Pneumonia is a leading cause of hospitalization among children in the United States; a new Northwestern Medicine study estimated the incidence and etiologies of community-acquired pneumonia in children, and found that respiratory viruses were more common in children with pneumonia than bacterial pathogens.
“The goal of the study was to determine if the frequency or the incidence of pneumonia has changed and if the pathogens causing pneumonia have changed over the past few years,” said Richard G Wunderink, MD, professor in Medicine-Pulmonary, and author on the study, where he contributed to the protocol and methodology.
As part of the CDC “Etiology of Pneumonia in the Community” (EPIC) study, researchers from the CDC, Northwestern University Feinberg School of Medicine, Vanderbilt University School of Medicine, Le Bonheur Children’s Hospital, University of Tennessee Health Science Center, University of Utah Health Sciences and St. Jude Children’s Research Hospital, participated.
From January 2010 to June 2012, more than 2,600 children enrolled in the study from three U.S. children’s hospitals in Memphis, Nashville and Salt Lake City.
The study, recently published in the New England Journal of Medicine, estimated the annual pneumonia incidence was 15.7 per 10,000 children during the study period; the highest incidence of pneumonia was among children younger than 2 years old.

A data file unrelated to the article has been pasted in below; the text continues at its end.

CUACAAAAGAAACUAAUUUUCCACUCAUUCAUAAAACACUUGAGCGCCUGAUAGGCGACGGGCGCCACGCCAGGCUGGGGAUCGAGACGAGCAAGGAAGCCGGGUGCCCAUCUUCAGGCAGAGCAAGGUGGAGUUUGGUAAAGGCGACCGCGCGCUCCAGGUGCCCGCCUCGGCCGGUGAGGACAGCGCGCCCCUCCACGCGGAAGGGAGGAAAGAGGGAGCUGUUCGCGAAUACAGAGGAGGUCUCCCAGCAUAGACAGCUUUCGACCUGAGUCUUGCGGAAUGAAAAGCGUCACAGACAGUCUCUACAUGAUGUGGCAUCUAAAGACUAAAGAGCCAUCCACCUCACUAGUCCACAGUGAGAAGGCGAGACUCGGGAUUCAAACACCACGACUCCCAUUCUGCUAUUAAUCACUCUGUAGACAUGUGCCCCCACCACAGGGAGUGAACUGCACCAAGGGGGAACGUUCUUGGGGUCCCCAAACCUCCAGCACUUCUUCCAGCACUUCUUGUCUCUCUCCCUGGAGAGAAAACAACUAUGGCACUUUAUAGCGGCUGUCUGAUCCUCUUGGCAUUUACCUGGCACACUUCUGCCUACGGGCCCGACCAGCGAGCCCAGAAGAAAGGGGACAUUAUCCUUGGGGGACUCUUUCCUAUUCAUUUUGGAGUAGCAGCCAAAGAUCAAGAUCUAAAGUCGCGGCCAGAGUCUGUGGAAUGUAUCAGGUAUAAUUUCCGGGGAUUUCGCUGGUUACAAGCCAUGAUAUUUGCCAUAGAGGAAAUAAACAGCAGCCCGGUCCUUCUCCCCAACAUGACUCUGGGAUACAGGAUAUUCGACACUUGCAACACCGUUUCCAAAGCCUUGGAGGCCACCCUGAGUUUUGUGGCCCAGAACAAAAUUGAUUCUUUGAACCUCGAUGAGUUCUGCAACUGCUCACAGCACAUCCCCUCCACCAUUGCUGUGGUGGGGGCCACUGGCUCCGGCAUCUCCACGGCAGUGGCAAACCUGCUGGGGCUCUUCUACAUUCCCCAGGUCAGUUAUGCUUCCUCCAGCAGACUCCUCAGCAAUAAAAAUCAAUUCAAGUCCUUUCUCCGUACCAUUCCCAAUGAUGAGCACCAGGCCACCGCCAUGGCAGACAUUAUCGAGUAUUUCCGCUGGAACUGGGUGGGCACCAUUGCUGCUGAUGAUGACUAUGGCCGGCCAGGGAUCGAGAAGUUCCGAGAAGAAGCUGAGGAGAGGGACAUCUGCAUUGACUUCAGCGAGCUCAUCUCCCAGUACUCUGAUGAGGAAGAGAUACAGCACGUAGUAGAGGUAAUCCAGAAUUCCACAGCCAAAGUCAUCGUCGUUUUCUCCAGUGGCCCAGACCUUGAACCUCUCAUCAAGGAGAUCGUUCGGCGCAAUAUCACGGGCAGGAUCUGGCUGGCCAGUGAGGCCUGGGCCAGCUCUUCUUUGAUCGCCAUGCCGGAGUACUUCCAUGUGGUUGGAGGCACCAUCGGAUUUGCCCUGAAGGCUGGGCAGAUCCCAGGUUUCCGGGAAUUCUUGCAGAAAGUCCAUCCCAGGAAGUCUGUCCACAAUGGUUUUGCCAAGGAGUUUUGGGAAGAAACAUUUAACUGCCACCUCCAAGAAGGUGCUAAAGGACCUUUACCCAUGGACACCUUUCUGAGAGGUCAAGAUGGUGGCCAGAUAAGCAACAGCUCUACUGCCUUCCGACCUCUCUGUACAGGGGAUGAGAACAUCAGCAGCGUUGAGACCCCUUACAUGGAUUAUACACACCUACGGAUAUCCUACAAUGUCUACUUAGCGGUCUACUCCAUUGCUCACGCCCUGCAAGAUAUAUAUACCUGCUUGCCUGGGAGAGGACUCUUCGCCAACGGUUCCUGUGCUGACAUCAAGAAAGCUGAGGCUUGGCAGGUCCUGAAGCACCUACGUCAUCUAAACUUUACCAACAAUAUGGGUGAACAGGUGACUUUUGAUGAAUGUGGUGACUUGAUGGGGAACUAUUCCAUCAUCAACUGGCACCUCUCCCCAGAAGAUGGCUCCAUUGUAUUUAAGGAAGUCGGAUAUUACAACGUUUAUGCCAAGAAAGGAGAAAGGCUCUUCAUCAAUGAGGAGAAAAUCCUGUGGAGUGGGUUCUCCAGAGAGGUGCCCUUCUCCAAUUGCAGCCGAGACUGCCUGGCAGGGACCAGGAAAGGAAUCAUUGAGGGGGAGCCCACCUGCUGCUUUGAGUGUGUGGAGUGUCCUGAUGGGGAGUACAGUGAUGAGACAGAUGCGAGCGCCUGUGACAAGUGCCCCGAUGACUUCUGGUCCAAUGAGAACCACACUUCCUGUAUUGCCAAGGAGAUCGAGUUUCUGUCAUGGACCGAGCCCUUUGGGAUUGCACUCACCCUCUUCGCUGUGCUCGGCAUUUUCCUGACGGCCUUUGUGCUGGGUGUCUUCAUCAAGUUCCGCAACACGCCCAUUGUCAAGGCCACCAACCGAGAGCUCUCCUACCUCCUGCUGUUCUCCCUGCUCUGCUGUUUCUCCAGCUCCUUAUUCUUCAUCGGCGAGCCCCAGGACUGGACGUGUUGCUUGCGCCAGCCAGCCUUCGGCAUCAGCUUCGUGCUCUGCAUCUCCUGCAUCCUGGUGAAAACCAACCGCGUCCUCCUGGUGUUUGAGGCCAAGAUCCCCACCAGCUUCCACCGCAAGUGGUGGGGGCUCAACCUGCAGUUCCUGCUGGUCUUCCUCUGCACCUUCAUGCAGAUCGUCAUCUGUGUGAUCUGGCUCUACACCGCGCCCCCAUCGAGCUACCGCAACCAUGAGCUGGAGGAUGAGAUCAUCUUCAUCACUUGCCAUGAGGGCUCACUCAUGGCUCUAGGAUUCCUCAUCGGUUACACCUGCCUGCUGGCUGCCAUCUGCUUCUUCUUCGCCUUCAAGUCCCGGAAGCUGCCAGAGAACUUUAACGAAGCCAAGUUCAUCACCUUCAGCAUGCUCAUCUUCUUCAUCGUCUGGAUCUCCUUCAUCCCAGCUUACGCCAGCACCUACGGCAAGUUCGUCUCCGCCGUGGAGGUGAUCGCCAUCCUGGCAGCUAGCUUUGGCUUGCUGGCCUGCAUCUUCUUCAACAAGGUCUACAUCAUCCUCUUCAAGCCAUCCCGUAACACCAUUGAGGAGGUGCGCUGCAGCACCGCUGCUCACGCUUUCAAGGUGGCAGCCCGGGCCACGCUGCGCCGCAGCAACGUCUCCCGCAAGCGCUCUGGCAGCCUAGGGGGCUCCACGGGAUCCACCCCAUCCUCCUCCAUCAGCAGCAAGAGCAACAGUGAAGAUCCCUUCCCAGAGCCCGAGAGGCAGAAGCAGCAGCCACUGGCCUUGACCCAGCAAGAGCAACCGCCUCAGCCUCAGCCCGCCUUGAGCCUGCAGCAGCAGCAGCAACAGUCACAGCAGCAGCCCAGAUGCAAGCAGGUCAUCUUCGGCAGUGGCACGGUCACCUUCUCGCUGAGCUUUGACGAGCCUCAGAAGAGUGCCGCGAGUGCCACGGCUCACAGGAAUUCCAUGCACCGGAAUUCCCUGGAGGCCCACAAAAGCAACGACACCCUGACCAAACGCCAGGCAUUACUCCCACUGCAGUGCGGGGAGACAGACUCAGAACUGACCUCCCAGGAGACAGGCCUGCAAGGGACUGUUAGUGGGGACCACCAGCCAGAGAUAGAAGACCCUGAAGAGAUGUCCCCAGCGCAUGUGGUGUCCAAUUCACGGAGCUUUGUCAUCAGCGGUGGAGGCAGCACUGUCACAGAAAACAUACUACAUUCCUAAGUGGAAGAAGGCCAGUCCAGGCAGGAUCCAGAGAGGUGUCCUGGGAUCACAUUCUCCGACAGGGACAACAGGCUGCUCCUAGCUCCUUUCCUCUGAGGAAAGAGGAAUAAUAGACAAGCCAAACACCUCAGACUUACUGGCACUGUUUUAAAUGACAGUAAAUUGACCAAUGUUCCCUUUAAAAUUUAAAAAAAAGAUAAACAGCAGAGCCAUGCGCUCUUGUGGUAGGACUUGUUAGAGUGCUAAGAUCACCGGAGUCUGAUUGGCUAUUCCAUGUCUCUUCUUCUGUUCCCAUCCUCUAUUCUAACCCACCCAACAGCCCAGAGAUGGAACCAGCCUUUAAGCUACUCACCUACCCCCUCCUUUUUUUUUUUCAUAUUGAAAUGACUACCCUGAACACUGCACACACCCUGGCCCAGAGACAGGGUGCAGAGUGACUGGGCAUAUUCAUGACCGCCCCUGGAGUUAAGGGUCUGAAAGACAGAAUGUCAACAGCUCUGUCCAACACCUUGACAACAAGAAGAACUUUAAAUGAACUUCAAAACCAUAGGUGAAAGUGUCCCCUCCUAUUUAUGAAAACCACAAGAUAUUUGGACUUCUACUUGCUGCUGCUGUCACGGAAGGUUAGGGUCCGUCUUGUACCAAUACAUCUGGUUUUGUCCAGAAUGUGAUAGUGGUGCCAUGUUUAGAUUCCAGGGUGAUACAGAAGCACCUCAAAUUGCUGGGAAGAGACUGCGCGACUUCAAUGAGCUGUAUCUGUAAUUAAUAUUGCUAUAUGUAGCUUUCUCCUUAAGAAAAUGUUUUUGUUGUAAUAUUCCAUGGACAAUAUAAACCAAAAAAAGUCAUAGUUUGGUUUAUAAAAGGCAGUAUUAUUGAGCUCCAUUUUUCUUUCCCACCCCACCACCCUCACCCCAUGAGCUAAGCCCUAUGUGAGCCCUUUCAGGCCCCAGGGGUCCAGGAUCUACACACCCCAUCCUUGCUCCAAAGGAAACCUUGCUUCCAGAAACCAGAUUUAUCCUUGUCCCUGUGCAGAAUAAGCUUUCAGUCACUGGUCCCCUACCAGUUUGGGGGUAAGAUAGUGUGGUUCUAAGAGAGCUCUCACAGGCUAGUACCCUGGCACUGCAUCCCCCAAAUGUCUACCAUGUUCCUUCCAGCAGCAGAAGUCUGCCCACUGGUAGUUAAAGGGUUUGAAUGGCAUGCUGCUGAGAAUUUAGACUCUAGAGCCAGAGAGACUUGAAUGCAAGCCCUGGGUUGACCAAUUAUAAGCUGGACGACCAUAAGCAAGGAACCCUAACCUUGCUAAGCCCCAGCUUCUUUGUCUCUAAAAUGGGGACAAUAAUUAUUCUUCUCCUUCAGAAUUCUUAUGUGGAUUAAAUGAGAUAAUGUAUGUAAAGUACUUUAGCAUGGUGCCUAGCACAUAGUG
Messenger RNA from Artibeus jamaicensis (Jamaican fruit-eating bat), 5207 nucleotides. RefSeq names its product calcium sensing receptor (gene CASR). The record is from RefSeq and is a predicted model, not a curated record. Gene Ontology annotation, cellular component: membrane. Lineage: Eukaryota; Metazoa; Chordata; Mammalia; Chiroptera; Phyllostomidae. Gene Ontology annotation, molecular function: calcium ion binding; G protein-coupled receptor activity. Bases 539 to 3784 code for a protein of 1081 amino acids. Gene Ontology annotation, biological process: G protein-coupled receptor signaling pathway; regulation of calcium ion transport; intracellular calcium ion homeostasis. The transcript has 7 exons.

“There is a lot of future data coming out of the study,” Dr. Wunderink said. “There is an increase in pneumonia cases where we don’t have an etiology. We’ve found some interesting information about other pathogens that weren’t on the list of pathogens on the last CDC epidemiologic study, such as the human metapneumovirus, which is the third most common virus detected in children with pneumonia.”
The data show how rates of the pathogens that had previously been more common, such as strep pneumonia, have decreased, reflecting the effectiveness of vaccines and the sensitivity of bacterial diagnostic tests. The results also suggest that increasing influenza vaccination coverage and developing new anti-viral vaccines or treatments could reduce the burden of pediatric pneumonia.
“The number one detected pathogen in the pediatric study was respiratory syncytial virus (RSV) and, as there is an increasing interest in an RSV vaccine and treatment, our paper would suggest that those are worth pursuing,” Dr. Wunderink said.
The next part of the EPIC study will highlight findings in pneumonia in the adult population where Dr. Wunderink is principal investigator of the Chicago site.
The study was supported by the Influenza Division of the National Center for Immunization and Respiratory Diseases at the Centers for Disease Control and Prevention.